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Great Malaga Path (GR 249). Alternative Route 5. Stage 4. Arriate - Ronda

Diputación de Málaga
GR 249.5. Section Stage 4. Arriate - Ronda

Great Malaga Path (GR 249). Alternative Route 5. Stage 4. Arriate - Ronda

Route On foot
Difficulty - Blue -Easy
Access -

1 The Beginning of the Stage: Arriate.

2 The End of the Stage: Ronda

Connection with other paths and livestock tracks

This Alternative Route links with PR-A 250, from Arriate to Ronda, link up at start; SL-A 10, The Profesor Paco Marín Path, partial overlap and with GR-7 E-4 Tarifa - Atenas, crosses Stage 3 at km 7.


• Coincidence with road traffic on paved sections
• Ford of the Guadalcobacín River km 6.5.
• Barrier-free level crossing km 6.7

Duration - 2:30 horas
Length - 9200 Km

La Ventilla stream and the River Guadalcobacín (Up to km 1.4)

The signpost for the start of the last stage of the Alternative 249.5 is in the La Aurora square, in the north-eastern part of Arriate. It heads west along the Ronda track (or Camino del Cortijo del Marqués) and passes a small fountain on your right. The cobbled pathway runs between the sandstone rockfaces with occasional caves and a high wall, and soon joins the tarmac. There are views towards Arriate and the first and second Huertas (agricultural fields). It then drops down to the level of La Ventilla stream with its pretty Poplar trees. At its confluence with the Guadalcobacín (km 0.650), you leave Arriate’s territory and enter Ronda.

Going along a gravel track momentarily, you turn south-west at the first turn-off after crossing the Marqués stream. A small pass brings the village of Arriate into view, with the striking Residence of San José and its church. Going off to the left are the tracks towards the agricultural fields of Vallecillo and Los López and you take a small path among crops called El Camino de la Fresneda.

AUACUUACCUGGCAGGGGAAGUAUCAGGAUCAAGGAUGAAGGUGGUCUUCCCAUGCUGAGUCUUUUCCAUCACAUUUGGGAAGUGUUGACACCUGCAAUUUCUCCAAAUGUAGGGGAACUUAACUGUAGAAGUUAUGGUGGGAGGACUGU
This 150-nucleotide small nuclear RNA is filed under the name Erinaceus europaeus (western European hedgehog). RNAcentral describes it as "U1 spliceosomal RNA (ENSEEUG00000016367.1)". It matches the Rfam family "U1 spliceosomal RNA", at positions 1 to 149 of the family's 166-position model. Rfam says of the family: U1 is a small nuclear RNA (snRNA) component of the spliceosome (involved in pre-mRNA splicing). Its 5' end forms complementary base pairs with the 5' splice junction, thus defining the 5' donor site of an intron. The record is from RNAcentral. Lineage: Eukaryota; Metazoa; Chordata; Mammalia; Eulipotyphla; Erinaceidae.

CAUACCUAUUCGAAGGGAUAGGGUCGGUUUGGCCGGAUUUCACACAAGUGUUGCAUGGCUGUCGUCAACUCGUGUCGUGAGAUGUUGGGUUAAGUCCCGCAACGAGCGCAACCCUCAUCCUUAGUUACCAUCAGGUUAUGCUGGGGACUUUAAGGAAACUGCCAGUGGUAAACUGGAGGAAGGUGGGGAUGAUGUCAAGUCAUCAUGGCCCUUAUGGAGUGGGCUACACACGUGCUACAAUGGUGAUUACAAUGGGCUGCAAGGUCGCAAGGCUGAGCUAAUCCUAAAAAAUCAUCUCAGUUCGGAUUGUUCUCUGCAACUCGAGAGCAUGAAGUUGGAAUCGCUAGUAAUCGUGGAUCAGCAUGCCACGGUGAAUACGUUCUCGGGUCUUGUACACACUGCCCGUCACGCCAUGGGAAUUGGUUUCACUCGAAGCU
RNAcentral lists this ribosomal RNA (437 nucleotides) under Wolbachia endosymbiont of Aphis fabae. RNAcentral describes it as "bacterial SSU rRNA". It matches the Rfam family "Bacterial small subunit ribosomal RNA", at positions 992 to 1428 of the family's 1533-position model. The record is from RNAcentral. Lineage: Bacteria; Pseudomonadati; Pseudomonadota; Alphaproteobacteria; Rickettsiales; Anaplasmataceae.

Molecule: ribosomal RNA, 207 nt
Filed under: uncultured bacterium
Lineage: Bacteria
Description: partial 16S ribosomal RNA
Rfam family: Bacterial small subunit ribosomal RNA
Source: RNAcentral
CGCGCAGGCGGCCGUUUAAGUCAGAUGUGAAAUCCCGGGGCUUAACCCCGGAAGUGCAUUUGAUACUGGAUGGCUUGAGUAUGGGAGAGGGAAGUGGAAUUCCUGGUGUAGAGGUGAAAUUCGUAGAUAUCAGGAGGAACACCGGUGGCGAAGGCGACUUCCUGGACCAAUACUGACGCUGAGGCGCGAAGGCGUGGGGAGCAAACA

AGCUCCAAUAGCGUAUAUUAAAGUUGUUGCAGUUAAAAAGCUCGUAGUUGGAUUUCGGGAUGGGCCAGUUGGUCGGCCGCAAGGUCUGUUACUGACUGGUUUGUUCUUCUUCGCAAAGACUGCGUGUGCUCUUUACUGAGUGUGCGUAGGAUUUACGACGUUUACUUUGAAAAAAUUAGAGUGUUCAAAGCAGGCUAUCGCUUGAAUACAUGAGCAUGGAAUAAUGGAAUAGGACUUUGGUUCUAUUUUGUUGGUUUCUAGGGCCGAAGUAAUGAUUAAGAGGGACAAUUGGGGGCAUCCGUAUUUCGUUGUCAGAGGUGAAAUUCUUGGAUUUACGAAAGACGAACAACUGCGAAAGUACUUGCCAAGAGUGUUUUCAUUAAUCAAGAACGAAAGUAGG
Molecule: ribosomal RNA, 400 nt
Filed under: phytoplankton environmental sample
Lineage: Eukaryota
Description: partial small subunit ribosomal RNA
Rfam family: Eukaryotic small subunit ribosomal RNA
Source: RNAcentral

Agricultural land of La Cruz Plains (Up to km 6.5)

You now continue along the paths that divide the fields of cereals, olives and other dry crops. Holm oak woodland on the left lies just before the bottom of the river valley. When the path opens up a little, you can see the city of Ronda in the background with the Armola and the Jarastepar mountain ranges behind. The river emerges from the small gorge and is lined with vegetable gardens on both sides.

The Path goes uphill, heads towards and crosses an Olive grove and reaches a concrete track (km 1.9) which climbs up to the area of La Merced. Then it drops down past numerous country houses, some of which have been converted into tourist accommodation. Many of them have their name displayed by the entrance.

You then come to an extremely interesting area, where an irrigation channel has created productive agricultural land on the left with abundant Walnut trees, whereas on the other side, are Olive groves and cereal fields. The path flattens out until the next junction, from where it climbs slightly to pass the impressive building of Santo Domingo on the right. It then begins to loop round once again, through the area known as Los Frontones.